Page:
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Chapter 7 : Structural Components of Tuberculous Lesions

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Abstract:

In humans, rabbits, and guinea pigs, typical tubercles often have a caseous necrotic center. Surrounding this caseous center is tuberculous granulation tissue, which is rich in macrophages and lymphocytes and contains dendritic cells, plasma cells, polymorphonuclear leukocytes, eosinophils, fibroblasts, and many capillaries. This chapter describes the structural components of tuberculous lesions. In humans, tuberculous granulation tissue often contains ill-defined granulomas and areas of caseous necrosis, along with variable numbers of tubercle bacilli. In rabbits, guinea pigs, and humans, caseous necrosis first occurs at the end of the logarithmic (symbiotic) stage of tuberculosis when tuberculin sensitivity develops. When macrophages surrounding the caseous center are poorly activated, the bacillus again grows intracellularly, and again the damaging delayed-type hypersensitivity (DTH) reaction kills such cells. Liquefaction occurs when solid caseous material softens. In contrast to pyogenic abscesses, which liquefy soon after they form, the caseous foci of tuberculosis may not liquefy for months, if ever. In both humans and rabbits, the healing of small endogenous metastatic tubercles (and small tubercles of exogenous reinfection) involves basically the same mechanisms as healing of primary foci, i.e., the local accumulation and activation of macrophages at the site of infection. Different organs of the host have different susceptibilities to tubercle bacilli. Live bovine-type bacilli can apparently survive at a lower oxygen tension than can human type bacilli, which explains some of the differences found in the disease produced by the live strains.

Citation: Dannenberg, Jr. A. 2006. Structural Components of Tuberculous Lesions, p 155-160. In Pathogenesis of Human Pulmonary Tuberculosis. ASM Press, Washington, DC. doi: 10.1128/9781555815684.ch7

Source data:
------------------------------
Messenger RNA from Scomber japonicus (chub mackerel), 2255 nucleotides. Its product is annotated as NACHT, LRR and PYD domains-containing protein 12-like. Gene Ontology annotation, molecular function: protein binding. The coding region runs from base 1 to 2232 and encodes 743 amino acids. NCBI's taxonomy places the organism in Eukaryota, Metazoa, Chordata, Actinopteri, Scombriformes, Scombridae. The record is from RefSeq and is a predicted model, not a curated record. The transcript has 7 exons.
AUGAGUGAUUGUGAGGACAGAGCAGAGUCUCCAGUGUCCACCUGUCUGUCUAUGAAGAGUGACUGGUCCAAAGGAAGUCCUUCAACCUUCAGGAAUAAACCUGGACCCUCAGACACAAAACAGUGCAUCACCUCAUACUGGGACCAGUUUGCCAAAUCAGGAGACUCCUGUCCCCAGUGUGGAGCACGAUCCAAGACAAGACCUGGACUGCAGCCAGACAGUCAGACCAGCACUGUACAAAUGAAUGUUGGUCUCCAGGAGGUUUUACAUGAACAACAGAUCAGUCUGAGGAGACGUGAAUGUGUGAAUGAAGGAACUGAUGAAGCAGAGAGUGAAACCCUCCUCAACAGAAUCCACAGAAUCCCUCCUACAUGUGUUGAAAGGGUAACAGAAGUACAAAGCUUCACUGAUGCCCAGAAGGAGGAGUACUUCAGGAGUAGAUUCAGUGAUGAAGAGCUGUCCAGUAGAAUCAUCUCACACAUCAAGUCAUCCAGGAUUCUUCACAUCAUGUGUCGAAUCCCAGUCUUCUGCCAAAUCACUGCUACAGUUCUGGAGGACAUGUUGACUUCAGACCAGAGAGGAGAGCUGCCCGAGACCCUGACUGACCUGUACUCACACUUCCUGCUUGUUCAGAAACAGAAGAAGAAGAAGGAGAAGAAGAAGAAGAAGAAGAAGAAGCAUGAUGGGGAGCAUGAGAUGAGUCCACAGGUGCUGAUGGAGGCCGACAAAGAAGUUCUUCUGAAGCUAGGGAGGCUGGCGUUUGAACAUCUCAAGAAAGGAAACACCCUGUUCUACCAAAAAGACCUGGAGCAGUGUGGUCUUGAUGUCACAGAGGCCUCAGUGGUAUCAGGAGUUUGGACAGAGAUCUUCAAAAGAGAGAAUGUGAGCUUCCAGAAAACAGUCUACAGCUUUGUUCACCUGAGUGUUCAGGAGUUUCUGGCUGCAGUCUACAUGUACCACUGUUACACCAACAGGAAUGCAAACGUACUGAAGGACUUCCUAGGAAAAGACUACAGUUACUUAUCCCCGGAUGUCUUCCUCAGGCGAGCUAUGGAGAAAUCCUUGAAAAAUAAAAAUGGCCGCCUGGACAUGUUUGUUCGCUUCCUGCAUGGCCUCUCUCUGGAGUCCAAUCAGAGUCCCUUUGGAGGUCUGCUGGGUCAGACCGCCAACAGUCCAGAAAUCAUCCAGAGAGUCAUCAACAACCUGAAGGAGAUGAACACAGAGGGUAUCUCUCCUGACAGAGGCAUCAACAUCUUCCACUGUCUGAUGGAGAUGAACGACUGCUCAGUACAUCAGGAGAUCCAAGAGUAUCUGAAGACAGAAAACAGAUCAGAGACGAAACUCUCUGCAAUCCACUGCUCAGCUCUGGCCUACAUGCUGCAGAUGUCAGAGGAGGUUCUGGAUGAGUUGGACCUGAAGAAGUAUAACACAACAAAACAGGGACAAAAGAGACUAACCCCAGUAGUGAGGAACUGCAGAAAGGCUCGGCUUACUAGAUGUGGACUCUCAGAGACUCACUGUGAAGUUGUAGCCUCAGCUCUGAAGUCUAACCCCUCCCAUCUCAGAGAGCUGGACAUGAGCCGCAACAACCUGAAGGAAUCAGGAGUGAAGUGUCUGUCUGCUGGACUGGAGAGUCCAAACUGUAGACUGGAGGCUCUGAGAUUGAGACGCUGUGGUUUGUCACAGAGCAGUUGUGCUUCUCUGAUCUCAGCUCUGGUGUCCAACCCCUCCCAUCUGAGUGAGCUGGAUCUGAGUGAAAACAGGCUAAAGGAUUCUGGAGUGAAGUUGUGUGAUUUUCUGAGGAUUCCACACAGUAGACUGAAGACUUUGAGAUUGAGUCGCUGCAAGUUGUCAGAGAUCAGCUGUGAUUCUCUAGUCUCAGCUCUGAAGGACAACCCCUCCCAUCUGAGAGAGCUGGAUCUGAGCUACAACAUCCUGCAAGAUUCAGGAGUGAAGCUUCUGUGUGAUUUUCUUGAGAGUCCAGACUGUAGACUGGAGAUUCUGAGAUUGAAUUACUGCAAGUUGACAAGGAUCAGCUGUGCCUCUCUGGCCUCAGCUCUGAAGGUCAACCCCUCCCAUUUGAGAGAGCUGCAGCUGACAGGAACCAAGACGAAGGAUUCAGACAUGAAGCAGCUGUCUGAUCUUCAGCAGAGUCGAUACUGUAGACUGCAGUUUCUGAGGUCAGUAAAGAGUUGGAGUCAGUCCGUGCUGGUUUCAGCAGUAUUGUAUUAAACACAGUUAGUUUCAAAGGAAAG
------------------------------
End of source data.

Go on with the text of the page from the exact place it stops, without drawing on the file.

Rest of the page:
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Figures

Image of FIGURE 1
FIGURE 1

The wall of a cavity from a genetically resistant rabbit, 8 weeks after the inhalation of human-type tubercle bacilli. The liquefied caseous tissue (right) and liquefying caseous tissue (left) are both swarming with (rod-shaped) acid-fast bacilli. Cavities can be produced by both virulent human-type tubercle bacilli (illustrated here) and virulent bovine-type tubercle bacilli (illustrated in chapter 4); the bacilli can grow profusely in cavities produced by either type. Magnification, ×620. Reproduced with permission from reference 25.

Citation: Dannenberg, Jr. A. 2006. Structural Components of Tuberculous Lesions, p 155-160. In Pathogenesis of Human Pulmonary Tuberculosis. ASM Press, Washington, DC. doi: 10.1128/9781555815684.ch7
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References

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1. Dannenberg, A. M., Jr., and, J. F. Tomashefski, Jr. 1998. Pathogenesis of pulmonary tuberculosis, p. 24472471. In A. P. Fishman (ed.), Fishman’s Pulmonary Diseases and Disorders, 3rd ed., vol. 2. McGraw-Hill Co., Inc., New York, N.Y.
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Tables

Generic image for table
TABLE 1

Causes of tissue damage and caseous necrosis a

Citation: Dannenberg, Jr. A. 2006. Structural Components of Tuberculous Lesions, p 155-160. In Pathogenesis of Human Pulmonary Tuberculosis. ASM Press, Washington, DC. doi: 10.1128/9781555815684.ch7
Generic image for table
TABLE 2

Causes and results of liquefaction a

Citation: Dannenberg, Jr. A. 2006. Structural Components of Tuberculous Lesions, p 155-160. In Pathogenesis of Human Pulmonary Tuberculosis. ASM Press, Washington, DC. doi: 10.1128/9781555815684.ch7

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